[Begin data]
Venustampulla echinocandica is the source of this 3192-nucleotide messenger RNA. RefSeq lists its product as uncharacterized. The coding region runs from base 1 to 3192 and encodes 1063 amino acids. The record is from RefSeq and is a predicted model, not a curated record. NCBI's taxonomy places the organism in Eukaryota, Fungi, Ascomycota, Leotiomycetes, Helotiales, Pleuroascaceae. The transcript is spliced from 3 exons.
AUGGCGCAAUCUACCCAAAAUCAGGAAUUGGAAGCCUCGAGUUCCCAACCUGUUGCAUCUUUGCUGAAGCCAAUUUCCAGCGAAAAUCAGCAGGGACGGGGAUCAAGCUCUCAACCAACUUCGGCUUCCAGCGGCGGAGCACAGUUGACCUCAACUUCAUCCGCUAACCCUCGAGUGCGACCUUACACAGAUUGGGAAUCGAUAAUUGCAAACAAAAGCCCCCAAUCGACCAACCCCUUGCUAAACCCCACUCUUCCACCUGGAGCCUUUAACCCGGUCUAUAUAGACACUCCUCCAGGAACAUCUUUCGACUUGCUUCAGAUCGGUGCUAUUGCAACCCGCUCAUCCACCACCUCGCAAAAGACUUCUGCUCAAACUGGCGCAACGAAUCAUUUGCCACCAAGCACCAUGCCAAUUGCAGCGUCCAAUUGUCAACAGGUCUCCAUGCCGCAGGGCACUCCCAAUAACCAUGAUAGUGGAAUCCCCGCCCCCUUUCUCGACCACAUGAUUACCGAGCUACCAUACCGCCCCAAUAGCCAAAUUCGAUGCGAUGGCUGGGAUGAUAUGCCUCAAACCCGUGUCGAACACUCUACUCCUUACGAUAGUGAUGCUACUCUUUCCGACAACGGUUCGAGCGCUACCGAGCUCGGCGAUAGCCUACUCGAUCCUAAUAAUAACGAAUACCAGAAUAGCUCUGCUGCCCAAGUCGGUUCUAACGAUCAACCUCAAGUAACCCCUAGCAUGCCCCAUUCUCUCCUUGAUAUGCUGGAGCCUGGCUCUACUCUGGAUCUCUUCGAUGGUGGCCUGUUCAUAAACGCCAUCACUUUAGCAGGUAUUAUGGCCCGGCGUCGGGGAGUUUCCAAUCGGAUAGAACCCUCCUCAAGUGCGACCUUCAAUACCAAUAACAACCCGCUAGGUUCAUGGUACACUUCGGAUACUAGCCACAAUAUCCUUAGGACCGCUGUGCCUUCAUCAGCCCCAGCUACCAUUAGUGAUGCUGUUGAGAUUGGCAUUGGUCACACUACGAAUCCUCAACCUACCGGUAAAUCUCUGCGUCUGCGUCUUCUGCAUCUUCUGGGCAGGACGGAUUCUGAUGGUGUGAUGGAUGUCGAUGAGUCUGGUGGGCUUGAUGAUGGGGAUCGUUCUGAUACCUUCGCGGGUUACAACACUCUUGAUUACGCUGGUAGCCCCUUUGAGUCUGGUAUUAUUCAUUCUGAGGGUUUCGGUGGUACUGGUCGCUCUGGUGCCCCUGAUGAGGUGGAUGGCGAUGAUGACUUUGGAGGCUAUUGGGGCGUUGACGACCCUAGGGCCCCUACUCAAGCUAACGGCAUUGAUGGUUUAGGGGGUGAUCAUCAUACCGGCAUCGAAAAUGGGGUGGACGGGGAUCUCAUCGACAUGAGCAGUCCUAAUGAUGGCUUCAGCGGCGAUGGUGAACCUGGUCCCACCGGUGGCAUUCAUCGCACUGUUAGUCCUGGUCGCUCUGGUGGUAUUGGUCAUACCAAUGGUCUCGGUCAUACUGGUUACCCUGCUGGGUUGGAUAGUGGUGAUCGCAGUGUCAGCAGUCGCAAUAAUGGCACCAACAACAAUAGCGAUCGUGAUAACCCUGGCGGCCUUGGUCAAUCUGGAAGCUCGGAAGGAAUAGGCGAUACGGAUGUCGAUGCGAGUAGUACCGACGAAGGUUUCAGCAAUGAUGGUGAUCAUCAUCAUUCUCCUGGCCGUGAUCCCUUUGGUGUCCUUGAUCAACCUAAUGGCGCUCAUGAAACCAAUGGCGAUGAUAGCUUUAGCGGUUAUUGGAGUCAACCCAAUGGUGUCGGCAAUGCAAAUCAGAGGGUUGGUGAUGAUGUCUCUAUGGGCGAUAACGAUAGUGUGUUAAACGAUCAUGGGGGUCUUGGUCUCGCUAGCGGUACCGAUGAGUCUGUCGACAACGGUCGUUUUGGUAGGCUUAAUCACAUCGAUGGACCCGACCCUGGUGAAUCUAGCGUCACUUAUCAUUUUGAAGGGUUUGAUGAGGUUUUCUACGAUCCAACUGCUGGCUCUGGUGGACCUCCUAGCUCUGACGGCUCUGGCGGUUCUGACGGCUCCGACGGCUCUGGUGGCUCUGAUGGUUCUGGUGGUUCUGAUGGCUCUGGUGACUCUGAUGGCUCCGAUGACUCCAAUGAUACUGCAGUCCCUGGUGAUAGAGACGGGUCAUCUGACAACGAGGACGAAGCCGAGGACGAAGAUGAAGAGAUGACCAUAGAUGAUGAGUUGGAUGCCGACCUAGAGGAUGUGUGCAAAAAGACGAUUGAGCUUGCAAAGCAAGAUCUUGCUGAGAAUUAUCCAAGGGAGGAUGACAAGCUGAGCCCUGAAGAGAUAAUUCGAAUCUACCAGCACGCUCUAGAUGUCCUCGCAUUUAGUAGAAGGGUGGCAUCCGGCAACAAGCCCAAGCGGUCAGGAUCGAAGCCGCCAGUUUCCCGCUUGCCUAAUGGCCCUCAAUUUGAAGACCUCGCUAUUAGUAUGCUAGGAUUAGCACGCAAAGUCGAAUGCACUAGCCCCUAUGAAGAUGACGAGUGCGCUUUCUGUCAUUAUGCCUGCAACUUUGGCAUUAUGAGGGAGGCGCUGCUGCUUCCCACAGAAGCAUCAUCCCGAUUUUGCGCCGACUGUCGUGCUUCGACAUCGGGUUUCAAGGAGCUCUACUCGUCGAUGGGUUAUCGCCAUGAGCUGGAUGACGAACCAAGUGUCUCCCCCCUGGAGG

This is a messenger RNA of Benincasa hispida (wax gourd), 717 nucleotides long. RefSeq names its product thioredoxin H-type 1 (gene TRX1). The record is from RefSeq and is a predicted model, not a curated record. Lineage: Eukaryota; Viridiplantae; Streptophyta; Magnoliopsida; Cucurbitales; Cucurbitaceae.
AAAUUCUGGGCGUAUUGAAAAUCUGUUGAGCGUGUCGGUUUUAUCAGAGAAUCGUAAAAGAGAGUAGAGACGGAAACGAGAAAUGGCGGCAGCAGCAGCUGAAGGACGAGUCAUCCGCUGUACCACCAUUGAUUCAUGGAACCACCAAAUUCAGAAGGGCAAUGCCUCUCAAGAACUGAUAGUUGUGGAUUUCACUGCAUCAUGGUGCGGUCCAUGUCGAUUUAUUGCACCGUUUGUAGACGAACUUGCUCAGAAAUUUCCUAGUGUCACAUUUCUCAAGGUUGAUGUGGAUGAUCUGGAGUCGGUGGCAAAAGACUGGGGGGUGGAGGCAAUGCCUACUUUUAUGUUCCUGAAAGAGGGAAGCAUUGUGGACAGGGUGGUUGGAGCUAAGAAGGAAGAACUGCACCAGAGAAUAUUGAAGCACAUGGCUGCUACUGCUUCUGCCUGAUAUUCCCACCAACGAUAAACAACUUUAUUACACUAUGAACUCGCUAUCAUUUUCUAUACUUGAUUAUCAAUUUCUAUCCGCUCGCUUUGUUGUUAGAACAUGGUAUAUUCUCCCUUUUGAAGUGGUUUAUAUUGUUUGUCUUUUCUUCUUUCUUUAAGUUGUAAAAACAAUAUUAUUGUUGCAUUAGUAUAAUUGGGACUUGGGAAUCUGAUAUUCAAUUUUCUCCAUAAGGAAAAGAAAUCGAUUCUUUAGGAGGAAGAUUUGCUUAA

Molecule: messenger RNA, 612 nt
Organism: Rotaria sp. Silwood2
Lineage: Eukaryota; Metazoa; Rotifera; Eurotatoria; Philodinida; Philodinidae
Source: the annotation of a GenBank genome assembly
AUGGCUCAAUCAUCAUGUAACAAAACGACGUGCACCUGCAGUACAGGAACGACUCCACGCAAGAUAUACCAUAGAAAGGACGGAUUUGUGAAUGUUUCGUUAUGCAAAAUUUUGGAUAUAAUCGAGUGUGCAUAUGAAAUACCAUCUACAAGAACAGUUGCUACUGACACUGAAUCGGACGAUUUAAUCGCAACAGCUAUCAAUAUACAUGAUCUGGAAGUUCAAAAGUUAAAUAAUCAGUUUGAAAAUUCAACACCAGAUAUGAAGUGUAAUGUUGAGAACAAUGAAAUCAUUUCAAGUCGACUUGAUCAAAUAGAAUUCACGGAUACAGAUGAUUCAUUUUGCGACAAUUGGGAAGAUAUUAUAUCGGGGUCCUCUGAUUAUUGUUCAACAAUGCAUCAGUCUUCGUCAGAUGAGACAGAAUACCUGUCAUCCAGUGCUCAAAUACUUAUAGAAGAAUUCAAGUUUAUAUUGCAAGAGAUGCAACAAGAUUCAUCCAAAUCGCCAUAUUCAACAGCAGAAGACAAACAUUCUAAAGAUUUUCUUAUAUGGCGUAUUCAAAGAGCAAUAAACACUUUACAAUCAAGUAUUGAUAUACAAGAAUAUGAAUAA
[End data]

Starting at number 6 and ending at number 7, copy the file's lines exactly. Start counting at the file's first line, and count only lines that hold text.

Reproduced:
Organism: Rotaria sp. Silwood2
Lineage: Eukaryota; Metazoa; Rotifera; Eurotatoria; Philodinida; Philodinidae